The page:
Uses: Most common in the English disciplines, especially show jumping and eventing. Used mainly on strong horses. Not permitted in dressage, not commonly used in hunt seat riding. Rather rare in a pelham, very rare in a curb bit.
Types of bits: gag, curb
What it is: As its name suggests, this mouthpiece is several links of chain.
Uses: Seen in the Western disciplines.
All twisted mouthpieces are considered more severe than smooth mouthpieces. In general, they are not appropriate for novice riders or those with harsh or unskilled hands. Neither these nor any bits should be used to the point where they cause bleeding of the horse's mouth.
If a rider believes such a bit would benefit his horse, he should first look at the animal's training and his own skills. Many problems can be resolved through proper training, rather than harsher bitting. Usually, it is the less-skilled riders who find the need to use harsher bits, because they can't control their horses in anything else.
Nonetheless, in some cases, skilled riders can use such bits to their advantage and improve the horse's training. These bits are not permitted in dressage competition, and are generally not used for schooling dressage horses.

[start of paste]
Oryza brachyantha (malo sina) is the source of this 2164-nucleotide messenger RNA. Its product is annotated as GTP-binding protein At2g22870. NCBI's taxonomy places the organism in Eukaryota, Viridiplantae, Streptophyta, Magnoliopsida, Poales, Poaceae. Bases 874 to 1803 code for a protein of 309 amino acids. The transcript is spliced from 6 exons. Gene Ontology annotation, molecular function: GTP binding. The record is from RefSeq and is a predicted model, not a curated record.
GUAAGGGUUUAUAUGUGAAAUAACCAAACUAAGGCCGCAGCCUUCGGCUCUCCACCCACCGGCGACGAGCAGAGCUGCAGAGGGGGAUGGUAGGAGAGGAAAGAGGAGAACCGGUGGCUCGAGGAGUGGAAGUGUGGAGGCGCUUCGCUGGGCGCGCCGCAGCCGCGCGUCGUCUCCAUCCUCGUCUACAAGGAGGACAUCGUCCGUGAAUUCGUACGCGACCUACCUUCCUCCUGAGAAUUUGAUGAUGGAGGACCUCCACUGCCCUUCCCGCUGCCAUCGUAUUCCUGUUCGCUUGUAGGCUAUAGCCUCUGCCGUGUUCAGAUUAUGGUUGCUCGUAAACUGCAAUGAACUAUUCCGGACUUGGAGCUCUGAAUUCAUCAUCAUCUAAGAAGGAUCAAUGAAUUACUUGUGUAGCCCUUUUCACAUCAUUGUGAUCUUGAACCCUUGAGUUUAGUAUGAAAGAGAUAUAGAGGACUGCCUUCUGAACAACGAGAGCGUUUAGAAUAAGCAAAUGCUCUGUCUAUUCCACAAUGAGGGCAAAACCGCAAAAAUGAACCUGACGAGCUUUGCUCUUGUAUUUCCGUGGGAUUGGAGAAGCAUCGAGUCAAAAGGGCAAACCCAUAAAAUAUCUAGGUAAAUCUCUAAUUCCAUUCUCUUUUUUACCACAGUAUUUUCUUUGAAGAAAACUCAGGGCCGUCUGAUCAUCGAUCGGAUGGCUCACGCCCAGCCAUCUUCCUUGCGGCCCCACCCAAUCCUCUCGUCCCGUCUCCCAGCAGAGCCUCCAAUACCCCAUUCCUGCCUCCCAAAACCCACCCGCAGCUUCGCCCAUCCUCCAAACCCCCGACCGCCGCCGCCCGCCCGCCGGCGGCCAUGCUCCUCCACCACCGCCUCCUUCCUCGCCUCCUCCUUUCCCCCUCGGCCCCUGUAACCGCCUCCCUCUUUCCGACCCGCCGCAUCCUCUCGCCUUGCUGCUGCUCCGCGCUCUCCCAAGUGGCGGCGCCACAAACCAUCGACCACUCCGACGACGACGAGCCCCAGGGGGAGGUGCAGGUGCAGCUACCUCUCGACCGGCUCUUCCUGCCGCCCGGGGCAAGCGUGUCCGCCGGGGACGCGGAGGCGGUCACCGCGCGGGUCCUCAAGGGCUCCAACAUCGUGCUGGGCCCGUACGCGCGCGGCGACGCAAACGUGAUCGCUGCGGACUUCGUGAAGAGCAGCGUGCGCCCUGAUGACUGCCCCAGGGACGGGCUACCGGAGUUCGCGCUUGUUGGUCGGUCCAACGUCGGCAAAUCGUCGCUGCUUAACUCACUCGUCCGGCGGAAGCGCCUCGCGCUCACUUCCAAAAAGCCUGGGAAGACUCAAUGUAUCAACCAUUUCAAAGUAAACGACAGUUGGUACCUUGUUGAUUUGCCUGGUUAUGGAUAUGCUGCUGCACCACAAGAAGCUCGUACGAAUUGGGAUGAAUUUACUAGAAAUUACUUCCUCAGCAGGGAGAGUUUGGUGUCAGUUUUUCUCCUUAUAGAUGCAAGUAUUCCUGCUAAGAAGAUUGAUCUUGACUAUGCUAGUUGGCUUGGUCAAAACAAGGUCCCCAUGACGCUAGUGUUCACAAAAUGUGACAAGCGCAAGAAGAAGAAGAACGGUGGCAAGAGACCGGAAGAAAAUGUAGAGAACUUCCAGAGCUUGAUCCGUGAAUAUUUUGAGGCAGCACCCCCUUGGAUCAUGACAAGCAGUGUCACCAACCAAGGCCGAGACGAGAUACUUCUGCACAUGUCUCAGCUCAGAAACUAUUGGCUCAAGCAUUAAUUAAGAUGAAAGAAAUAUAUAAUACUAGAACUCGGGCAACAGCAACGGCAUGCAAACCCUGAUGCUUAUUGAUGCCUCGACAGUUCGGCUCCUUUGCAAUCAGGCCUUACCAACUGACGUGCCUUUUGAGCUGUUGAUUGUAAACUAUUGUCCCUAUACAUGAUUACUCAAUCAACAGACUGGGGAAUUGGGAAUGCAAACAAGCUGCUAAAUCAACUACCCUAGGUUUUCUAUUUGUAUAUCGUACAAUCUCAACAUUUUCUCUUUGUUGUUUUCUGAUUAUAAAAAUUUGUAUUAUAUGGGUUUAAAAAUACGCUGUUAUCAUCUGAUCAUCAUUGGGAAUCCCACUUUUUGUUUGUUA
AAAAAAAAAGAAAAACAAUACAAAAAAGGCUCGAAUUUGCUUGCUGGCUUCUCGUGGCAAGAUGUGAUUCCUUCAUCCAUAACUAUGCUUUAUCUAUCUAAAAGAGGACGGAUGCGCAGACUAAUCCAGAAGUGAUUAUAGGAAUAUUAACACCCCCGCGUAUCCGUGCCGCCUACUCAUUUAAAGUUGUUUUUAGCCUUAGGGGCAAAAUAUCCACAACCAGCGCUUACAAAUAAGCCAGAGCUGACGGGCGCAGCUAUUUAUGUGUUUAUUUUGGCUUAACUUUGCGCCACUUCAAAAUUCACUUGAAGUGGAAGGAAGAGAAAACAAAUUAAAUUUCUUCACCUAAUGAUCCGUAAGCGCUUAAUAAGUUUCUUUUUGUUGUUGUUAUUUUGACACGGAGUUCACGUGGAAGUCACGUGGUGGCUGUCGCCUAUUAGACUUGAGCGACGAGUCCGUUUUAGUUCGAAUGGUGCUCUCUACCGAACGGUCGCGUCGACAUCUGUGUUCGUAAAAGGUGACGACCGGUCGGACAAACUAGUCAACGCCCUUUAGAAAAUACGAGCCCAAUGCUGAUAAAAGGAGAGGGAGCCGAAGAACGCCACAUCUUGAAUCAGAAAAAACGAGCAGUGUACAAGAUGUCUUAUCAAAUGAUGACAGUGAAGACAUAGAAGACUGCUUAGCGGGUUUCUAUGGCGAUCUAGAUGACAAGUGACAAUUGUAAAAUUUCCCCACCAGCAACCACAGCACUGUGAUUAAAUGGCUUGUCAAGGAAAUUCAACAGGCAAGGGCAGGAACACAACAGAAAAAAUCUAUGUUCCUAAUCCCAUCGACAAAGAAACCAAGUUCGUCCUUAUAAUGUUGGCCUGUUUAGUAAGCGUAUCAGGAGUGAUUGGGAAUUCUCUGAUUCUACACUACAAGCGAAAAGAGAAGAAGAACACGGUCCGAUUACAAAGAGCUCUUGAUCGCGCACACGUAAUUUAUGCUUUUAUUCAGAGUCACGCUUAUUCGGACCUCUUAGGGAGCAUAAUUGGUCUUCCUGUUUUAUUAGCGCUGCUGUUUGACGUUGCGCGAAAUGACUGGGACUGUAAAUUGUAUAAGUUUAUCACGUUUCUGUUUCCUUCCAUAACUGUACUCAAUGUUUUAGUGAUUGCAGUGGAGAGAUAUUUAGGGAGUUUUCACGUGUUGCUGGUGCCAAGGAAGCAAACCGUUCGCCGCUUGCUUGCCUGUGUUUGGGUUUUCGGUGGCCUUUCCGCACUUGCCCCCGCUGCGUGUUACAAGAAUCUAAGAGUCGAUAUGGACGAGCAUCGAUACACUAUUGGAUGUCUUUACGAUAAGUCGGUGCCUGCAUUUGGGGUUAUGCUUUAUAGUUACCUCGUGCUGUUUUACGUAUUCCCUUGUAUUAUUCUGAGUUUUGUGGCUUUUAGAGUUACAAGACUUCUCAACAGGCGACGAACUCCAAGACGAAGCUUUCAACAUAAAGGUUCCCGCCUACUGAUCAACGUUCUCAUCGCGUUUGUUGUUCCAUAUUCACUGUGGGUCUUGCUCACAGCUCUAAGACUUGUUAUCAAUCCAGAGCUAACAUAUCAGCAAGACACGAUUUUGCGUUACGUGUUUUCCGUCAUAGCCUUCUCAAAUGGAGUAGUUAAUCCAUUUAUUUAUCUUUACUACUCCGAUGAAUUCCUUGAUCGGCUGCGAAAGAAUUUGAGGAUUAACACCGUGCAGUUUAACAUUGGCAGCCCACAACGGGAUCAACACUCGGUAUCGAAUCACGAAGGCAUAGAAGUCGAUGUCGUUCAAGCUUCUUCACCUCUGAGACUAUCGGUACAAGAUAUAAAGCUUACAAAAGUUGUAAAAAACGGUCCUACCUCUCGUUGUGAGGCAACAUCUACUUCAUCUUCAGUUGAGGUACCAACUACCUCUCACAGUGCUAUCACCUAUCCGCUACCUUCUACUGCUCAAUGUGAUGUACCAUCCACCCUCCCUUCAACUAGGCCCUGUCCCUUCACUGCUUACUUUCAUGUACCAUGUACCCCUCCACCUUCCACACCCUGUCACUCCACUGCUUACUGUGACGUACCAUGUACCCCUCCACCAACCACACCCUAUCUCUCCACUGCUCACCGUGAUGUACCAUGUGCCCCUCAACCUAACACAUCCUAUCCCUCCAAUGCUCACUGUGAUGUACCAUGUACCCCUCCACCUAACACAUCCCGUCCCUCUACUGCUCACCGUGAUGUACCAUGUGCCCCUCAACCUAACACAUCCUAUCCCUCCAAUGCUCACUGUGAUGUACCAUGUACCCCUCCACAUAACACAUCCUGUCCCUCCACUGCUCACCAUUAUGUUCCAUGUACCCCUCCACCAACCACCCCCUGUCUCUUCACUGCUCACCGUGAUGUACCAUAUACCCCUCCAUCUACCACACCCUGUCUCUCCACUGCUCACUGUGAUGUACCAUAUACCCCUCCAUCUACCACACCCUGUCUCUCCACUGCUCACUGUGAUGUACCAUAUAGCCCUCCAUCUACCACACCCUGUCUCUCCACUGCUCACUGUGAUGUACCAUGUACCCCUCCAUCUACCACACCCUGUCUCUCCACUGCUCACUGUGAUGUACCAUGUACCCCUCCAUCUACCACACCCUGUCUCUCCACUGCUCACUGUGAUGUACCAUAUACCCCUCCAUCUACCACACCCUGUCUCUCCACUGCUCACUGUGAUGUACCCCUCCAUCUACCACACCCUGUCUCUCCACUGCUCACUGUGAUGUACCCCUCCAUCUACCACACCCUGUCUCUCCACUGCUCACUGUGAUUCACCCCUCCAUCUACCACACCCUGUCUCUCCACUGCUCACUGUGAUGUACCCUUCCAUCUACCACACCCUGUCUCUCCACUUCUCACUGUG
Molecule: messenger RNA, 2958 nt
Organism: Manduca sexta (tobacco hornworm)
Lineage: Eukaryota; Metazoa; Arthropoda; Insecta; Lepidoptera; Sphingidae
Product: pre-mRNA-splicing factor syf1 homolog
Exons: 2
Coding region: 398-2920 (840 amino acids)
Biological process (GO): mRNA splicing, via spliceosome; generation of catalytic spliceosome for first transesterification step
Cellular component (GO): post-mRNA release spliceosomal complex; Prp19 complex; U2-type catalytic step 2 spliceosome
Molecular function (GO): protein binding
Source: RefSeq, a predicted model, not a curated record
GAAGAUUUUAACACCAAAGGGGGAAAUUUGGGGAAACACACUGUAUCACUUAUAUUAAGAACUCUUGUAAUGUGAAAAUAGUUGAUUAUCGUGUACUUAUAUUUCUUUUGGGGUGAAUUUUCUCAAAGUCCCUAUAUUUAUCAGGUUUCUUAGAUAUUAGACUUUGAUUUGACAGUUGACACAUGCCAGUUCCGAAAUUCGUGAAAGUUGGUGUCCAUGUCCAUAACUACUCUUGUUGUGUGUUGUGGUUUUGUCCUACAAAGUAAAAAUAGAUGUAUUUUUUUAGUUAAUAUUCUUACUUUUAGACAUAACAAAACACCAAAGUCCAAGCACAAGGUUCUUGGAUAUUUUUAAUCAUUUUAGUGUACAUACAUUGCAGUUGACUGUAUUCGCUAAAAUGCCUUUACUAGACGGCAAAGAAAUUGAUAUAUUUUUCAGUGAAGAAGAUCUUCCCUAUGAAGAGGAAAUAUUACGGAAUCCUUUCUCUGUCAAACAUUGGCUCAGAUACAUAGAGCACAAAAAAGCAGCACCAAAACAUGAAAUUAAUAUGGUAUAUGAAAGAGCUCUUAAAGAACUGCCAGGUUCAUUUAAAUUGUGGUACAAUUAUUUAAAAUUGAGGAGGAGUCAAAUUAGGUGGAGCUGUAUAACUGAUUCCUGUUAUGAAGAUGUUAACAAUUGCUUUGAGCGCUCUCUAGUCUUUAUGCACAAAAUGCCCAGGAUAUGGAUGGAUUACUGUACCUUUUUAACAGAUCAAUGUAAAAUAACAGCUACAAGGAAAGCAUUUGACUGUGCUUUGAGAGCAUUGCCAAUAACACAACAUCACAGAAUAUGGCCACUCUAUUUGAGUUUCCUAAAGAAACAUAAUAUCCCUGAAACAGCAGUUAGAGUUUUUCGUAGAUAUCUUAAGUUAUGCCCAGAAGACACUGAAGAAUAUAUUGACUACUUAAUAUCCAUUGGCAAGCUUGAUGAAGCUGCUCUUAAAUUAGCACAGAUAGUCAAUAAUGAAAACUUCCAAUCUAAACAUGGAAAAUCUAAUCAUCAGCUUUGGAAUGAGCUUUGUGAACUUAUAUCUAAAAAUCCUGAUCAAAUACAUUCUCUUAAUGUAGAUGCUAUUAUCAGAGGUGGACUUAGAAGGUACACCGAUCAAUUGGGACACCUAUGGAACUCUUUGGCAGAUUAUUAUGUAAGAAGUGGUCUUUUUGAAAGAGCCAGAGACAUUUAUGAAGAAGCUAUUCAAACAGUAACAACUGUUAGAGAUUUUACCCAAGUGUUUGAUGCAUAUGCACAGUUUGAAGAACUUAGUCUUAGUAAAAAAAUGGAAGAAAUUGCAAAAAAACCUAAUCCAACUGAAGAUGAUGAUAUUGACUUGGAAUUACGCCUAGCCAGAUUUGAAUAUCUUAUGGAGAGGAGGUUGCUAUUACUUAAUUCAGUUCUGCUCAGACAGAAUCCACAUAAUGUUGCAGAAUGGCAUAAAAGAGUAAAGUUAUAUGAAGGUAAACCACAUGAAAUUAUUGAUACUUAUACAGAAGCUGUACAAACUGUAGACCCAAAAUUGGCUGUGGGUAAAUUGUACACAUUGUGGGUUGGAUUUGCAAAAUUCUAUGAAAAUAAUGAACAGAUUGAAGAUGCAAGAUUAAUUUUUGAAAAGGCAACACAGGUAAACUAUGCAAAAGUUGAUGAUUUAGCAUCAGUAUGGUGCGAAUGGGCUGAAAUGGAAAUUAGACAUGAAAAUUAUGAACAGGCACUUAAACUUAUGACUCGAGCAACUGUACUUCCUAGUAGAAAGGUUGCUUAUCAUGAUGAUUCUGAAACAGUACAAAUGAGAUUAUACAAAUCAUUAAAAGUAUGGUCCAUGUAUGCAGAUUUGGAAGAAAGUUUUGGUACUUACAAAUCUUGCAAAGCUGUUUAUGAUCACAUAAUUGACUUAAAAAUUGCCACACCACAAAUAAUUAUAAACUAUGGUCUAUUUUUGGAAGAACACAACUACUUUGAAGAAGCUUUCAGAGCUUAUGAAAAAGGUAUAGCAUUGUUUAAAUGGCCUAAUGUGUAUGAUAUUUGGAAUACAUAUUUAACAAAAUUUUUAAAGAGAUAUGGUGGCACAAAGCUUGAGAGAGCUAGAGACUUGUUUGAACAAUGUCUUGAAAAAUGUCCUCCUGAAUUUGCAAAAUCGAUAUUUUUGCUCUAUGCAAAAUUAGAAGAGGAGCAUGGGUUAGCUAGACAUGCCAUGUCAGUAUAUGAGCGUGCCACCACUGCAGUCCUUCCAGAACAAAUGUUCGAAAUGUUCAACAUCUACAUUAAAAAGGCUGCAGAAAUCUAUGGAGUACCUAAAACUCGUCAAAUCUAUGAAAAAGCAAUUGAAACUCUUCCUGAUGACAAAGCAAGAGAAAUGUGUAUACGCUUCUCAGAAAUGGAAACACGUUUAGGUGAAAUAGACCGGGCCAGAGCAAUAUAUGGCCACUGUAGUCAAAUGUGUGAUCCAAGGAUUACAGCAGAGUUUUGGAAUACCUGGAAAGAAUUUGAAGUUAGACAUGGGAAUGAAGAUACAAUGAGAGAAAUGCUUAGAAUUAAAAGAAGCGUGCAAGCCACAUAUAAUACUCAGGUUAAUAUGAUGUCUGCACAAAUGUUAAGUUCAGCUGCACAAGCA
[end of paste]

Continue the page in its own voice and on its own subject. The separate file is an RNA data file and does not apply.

Types of Bits: Snaffle, pelham, gag
What it is: A mouthpiece (usually single-jointed) with a slight twist in the cannons. Thicker and with fewer twists than a wire bit, has fewer edges than a corkscrew.
Action: The twist causes edges that result as pressure points in the horse's mouth. Increases pressure on the tongue and bars, also acts on the lips. Generally considered strong and fairly severe.
Materials: Usually stainless steel
Uses: Most commonly found on snaffles, quite rare on pelhams and gags. Usually seen in English disciplines. Not permitted in dressage competition.
Types of Bits: Snaffle, driving bits (curbs)
What it is: The mouthpiece (usually single-jointed) has many rounded edges. However, it is not actually "corkscrew" in shape, but more has a more "screw-like" mouthpiece with blunt edges. Thicker than a wire bit, thinner than a slow twist.
Action: The edges amplify pressure on the mouth, especially the bars and tongue. Considered severe.
Uses: Mostly seen in English-type disciplines, and in driving. Not permitted in dressage.
Types of Bits: snaffle, gag, curb
What it is: Mouthpiece is a single-jointed bit made of a thin twisted piece of wire for each joint.
Action: The wire bit is extremely severe. It is not only very thin, but it has twists in it that cause pressure points.
Materials: Stainless steel preferred for English disciplines, sweet iron and copper seen in Western disciplines.